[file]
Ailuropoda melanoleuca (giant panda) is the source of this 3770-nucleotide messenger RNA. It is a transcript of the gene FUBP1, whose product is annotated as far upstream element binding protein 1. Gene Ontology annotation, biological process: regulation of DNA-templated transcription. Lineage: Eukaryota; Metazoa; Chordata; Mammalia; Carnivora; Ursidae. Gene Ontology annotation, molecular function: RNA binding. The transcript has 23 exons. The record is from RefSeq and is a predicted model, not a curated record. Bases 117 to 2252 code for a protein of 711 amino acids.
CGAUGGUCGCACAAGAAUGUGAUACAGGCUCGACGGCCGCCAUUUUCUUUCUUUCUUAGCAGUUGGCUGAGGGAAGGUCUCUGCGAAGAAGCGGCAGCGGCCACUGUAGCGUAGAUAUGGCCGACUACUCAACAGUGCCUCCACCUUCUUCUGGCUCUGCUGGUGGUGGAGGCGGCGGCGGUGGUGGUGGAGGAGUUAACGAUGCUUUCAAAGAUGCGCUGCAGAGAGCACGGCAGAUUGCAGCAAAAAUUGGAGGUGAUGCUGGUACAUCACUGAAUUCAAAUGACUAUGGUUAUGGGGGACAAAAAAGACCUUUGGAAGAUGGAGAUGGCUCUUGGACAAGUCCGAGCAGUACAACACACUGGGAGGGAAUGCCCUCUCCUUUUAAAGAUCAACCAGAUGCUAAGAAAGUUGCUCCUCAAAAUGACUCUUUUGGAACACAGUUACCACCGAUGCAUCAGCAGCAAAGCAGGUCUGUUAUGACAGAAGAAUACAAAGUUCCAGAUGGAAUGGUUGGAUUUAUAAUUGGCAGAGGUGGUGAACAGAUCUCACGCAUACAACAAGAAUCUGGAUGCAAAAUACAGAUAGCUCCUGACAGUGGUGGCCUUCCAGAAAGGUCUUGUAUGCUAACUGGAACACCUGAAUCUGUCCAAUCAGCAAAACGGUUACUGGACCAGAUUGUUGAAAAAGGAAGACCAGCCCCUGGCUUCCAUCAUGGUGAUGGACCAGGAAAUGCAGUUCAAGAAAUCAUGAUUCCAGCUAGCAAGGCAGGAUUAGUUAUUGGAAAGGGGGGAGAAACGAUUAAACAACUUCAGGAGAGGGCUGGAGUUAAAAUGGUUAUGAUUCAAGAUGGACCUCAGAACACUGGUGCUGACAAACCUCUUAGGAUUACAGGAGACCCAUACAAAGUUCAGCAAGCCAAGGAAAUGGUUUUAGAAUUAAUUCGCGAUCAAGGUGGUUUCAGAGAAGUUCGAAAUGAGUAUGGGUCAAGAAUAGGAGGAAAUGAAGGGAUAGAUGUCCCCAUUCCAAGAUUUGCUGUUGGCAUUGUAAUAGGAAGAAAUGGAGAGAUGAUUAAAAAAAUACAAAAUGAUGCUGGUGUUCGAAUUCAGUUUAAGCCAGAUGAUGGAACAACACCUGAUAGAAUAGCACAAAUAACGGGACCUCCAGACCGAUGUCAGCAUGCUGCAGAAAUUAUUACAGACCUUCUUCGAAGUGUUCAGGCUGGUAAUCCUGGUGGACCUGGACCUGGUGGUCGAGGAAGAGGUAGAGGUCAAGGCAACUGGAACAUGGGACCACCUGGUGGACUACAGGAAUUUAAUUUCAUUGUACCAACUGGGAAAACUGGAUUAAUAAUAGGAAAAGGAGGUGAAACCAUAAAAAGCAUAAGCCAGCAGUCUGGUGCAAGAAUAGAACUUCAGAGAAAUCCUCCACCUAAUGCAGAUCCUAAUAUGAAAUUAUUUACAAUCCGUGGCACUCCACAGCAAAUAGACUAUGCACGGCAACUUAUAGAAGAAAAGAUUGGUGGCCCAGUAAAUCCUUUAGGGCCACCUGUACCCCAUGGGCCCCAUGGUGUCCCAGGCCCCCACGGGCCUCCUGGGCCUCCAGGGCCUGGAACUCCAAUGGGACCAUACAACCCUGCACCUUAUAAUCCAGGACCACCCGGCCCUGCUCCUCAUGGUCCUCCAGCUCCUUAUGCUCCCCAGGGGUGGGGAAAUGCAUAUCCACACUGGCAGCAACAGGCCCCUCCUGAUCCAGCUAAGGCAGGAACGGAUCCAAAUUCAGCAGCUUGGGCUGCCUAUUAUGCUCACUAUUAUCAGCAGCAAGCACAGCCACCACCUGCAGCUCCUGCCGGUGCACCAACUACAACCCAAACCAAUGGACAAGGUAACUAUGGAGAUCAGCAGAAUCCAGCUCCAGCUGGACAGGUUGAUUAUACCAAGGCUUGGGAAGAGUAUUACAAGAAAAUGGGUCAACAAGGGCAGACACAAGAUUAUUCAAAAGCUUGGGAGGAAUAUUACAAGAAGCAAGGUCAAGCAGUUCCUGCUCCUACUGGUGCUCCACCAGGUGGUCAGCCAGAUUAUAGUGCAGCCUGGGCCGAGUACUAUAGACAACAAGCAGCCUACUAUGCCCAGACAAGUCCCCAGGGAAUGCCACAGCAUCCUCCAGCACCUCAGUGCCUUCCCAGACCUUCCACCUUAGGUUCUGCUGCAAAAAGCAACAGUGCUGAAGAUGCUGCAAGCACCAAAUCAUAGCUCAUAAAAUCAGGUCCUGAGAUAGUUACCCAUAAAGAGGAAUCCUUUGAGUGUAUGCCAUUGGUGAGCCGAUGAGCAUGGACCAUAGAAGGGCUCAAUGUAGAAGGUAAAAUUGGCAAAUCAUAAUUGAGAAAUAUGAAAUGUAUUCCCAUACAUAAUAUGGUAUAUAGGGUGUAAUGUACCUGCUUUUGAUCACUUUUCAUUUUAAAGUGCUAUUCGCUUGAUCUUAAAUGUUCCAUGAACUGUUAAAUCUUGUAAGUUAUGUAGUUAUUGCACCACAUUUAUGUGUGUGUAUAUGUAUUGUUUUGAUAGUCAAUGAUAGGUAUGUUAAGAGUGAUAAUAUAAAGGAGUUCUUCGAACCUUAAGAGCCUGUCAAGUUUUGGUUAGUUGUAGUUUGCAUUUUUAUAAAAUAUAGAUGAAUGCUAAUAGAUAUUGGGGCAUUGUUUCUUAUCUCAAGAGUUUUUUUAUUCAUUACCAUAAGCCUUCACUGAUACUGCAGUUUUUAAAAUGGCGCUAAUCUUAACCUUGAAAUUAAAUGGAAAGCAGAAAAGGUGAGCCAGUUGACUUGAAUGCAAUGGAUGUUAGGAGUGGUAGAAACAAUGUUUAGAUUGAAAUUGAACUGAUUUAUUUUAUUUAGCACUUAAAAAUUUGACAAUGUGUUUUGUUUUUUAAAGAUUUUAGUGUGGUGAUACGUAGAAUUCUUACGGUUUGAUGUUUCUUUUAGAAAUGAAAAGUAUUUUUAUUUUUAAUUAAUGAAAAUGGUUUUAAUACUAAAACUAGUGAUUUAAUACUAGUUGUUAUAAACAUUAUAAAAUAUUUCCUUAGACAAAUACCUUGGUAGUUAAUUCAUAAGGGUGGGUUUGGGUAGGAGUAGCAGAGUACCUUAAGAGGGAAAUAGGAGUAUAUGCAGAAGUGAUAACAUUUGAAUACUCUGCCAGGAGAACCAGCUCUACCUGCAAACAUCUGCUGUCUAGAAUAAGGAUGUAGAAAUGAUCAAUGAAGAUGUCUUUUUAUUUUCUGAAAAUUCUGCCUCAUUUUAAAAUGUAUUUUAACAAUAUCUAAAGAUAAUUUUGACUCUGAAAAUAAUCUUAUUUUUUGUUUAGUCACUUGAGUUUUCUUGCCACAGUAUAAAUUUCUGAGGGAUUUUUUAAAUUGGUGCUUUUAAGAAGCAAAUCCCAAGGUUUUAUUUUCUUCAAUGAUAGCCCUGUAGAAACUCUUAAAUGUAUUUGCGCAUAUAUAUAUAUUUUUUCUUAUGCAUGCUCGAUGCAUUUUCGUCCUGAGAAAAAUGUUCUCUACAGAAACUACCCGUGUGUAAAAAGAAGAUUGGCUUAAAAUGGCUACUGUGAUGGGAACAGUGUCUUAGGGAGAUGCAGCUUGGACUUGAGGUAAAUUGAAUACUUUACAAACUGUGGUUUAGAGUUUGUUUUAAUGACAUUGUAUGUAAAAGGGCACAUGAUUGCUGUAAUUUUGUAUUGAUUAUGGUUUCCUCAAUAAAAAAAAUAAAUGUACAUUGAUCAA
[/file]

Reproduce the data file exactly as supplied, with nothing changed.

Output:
Ailuropoda melanoleuca (giant panda) is the source of this 3770-nucleotide messenger RNA. It is a transcript of the gene FUBP1, whose product is annotated as far upstream element binding protein 1. Gene Ontology annotation, biological process: regulation of DNA-templated transcription. Lineage: Eukaryota; Metazoa; Chordata; Mammalia; Carnivora; Ursidae. Gene Ontology annotation, molecular function: RNA binding. The transcript has 23 exons. The record is from RefSeq and is a predicted model, not a curated record. Bases 117 to 2252 code for a protein of 711 amino acids.
CGAUGGUCGCACAAGAAUGUGAUACAGGCUCGACGGCCGCCAUUUUCUUUCUUUCUUAGCAGUUGGCUGAGGGAAGGUCUCUGCGAAGAAGCGGCAGCGGCCACUGUAGCGUAGAUAUGGCCGACUACUCAACAGUGCCUCCACCUUCUUCUGGCUCUGCUGGUGGUGGAGGCGGCGGCGGUGGUGGUGGAGGAGUUAACGAUGCUUUCAAAGAUGCGCUGCAGAGAGCACGGCAGAUUGCAGCAAAAAUUGGAGGUGAUGCUGGUACAUCACUGAAUUCAAAUGACUAUGGUUAUGGGGGACAAAAAAGACCUUUGGAAGAUGGAGAUGGCUCUUGGACAAGUCCGAGCAGUACAACACACUGGGAGGGAAUGCCCUCUCCUUUUAAAGAUCAACCAGAUGCUAAGAAAGUUGCUCCUCAAAAUGACUCUUUUGGAACACAGUUACCACCGAUGCAUCAGCAGCAAAGCAGGUCUGUUAUGACAGAAGAAUACAAAGUUCCAGAUGGAAUGGUUGGAUUUAUAAUUGGCAGAGGUGGUGAACAGAUCUCACGCAUACAACAAGAAUCUGGAUGCAAAAUACAGAUAGCUCCUGACAGUGGUGGCCUUCCAGAAAGGUCUUGUAUGCUAACUGGAACACCUGAAUCUGUCCAAUCAGCAAAACGGUUACUGGACCAGAUUGUUGAAAAAGGAAGACCAGCCCCUGGCUUCCAUCAUGGUGAUGGACCAGGAAAUGCAGUUCAAGAAAUCAUGAUUCCAGCUAGCAAGGCAGGAUUAGUUAUUGGAAAGGGGGGAGAAACGAUUAAACAACUUCAGGAGAGGGCUGGAGUUAAAAUGGUUAUGAUUCAAGAUGGACCUCAGAACACUGGUGCUGACAAACCUCUUAGGAUUACAGGAGACCCAUACAAAGUUCAGCAAGCCAAGGAAAUGGUUUUAGAAUUAAUUCGCGAUCAAGGUGGUUUCAGAGAAGUUCGAAAUGAGUAUGGGUCAAGAAUAGGAGGAAAUGAAGGGAUAGAUGUCCCCAUUCCAAGAUUUGCUGUUGGCAUUGUAAUAGGAAGAAAUGGAGAGAUGAUUAAAAAAAUACAAAAUGAUGCUGGUGUUCGAAUUCAGUUUAAGCCAGAUGAUGGAACAACACCUGAUAGAAUAGCACAAAUAACGGGACCUCCAGACCGAUGUCAGCAUGCUGCAGAAAUUAUUACAGACCUUCUUCGAAGUGUUCAGGCUGGUAAUCCUGGUGGACCUGGACCUGGUGGUCGAGGAAGAGGUAGAGGUCAAGGCAACUGGAACAUGGGACCACCUGGUGGACUACAGGAAUUUAAUUUCAUUGUACCAACUGGGAAAACUGGAUUAAUAAUAGGAAAAGGAGGUGAAACCAUAAAAAGCAUAAGCCAGCAGUCUGGUGCAAGAAUAGAACUUCAGAGAAAUCCUCCACCUAAUGCAGAUCCUAAUAUGAAAUUAUUUACAAUCCGUGGCACUCCACAGCAAAUAGACUAUGCACGGCAACUUAUAGAAGAAAAGAUUGGUGGCCCAGUAAAUCCUUUAGGGCCACCUGUACCCCAUGGGCCCCAUGGUGUCCCAGGCCCCCACGGGCCUCCUGGGCCUCCAGGGCCUGGAACUCCAAUGGGACCAUACAACCCUGCACCUUAUAAUCCAGGACCACCCGGCCCUGCUCCUCAUGGUCCUCCAGCUCCUUAUGCUCCCCAGGGGUGGGGAAAUGCAUAUCCACACUGGCAGCAACAGGCCCCUCCUGAUCCAGCUAAGGCAGGAACGGAUCCAAAUUCAGCAGCUUGGGCUGCCUAUUAUGCUCACUAUUAUCAGCAGCAAGCACAGCCACCACCUGCAGCUCCUGCCGGUGCACCAACUACAACCCAAACCAAUGGACAAGGUAACUAUGGAGAUCAGCAGAAUCCAGCUCCAGCUGGACAGGUUGAUUAUACCAAGGCUUGGGAAGAGUAUUACAAGAAAAUGGGUCAACAAGGGCAGACACAAGAUUAUUCAAAAGCUUGGGAGGAAUAUUACAAGAAGCAAGGUCAAGCAGUUCCUGCUCCUACUGGUGCUCCACCAGGUGGUCAGCCAGAUUAUAGUGCAGCCUGGGCCGAGUACUAUAGACAACAAGCAGCCUACUAUGCCCAGACAAGUCCCCAGGGAAUGCCACAGCAUCCUCCAGCACCUCAGUGCCUUCCCAGACCUUCCACCUUAGGUUCUGCUGCAAAAAGCAACAGUGCUGAAGAUGCUGCAAGCACCAAAUCAUAGCUCAUAAAAUCAGGUCCUGAGAUAGUUACCCAUAAAGAGGAAUCCUUUGAGUGUAUGCCAUUGGUGAGCCGAUGAGCAUGGACCAUAGAAGGGCUCAAUGUAGAAGGUAAAAUUGGCAAAUCAUAAUUGAGAAAUAUGAAAUGUAUUCCCAUACAUAAUAUGGUAUAUAGGGUGUAAUGUACCUGCUUUUGAUCACUUUUCAUUUUAAAGUGCUAUUCGCUUGAUCUUAAAUGUUCCAUGAACUGUUAAAUCUUGUAAGUUAUGUAGUUAUUGCACCACAUUUAUGUGUGUGUAUAUGUAUUGUUUUGAUAGUCAAUGAUAGGUAUGUUAAGAGUGAUAAUAUAAAGGAGUUCUUCGAACCUUAAGAGCCUGUCAAGUUUUGGUUAGUUGUAGUUUGCAUUUUUAUAAAAUAUAGAUGAAUGCUAAUAGAUAUUGGGGCAUUGUUUCUUAUCUCAAGAGUUUUUUUAUUCAUUACCAUAAGCCUUCACUGAUACUGCAGUUUUUAAAAUGGCGCUAAUCUUAACCUUGAAAUUAAAUGGAAAGCAGAAAAGGUGAGCCAGUUGACUUGAAUGCAAUGGAUGUUAGGAGUGGUAGAAACAAUGUUUAGAUUGAAAUUGAACUGAUUUAUUUUAUUUAGCACUUAAAAAUUUGACAAUGUGUUUUGUUUUUUAAAGAUUUUAGUGUGGUGAUACGUAGAAUUCUUACGGUUUGAUGUUUCUUUUAGAAAUGAAAAGUAUUUUUAUUUUUAAUUAAUGAAAAUGGUUUUAAUACUAAAACUAGUGAUUUAAUACUAGUUGUUAUAAACAUUAUAAAAUAUUUCCUUAGACAAAUACCUUGGUAGUUAAUUCAUAAGGGUGGGUUUGGGUAGGAGUAGCAGAGUACCUUAAGAGGGAAAUAGGAGUAUAUGCAGAAGUGAUAACAUUUGAAUACUCUGCCAGGAGAACCAGCUCUACCUGCAAACAUCUGCUGUCUAGAAUAAGGAUGUAGAAAUGAUCAAUGAAGAUGUCUUUUUAUUUUCUGAAAAUUCUGCCUCAUUUUAAAAUGUAUUUUAACAAUAUCUAAAGAUAAUUUUGACUCUGAAAAUAAUCUUAUUUUUUGUUUAGUCACUUGAGUUUUCUUGCCACAGUAUAAAUUUCUGAGGGAUUUUUUAAAUUGGUGCUUUUAAGAAGCAAAUCCCAAGGUUUUAUUUUCUUCAAUGAUAGCCCUGUAGAAACUCUUAAAUGUAUUUGCGCAUAUAUAUAUAUUUUUUCUUAUGCAUGCUCGAUGCAUUUUCGUCCUGAGAAAAAUGUUCUCUACAGAAACUACCCGUGUGUAAAAAGAAGAUUGGCUUAAAAUGGCUACUGUGAUGGGAACAGUGUCUUAGGGAGAUGCAGCUUGGACUUGAGGUAAAUUGAAUACUUUACAAACUGUGGUUUAGAGUUUGUUUUAAUGACAUUGUAUGUAAAAGGGCACAUGAUUGCUGUAAUUUUGUAUUGAUUAUGGUUUCCUCAAUAAAAAAAAUAAAUGUACAUUGAUCAA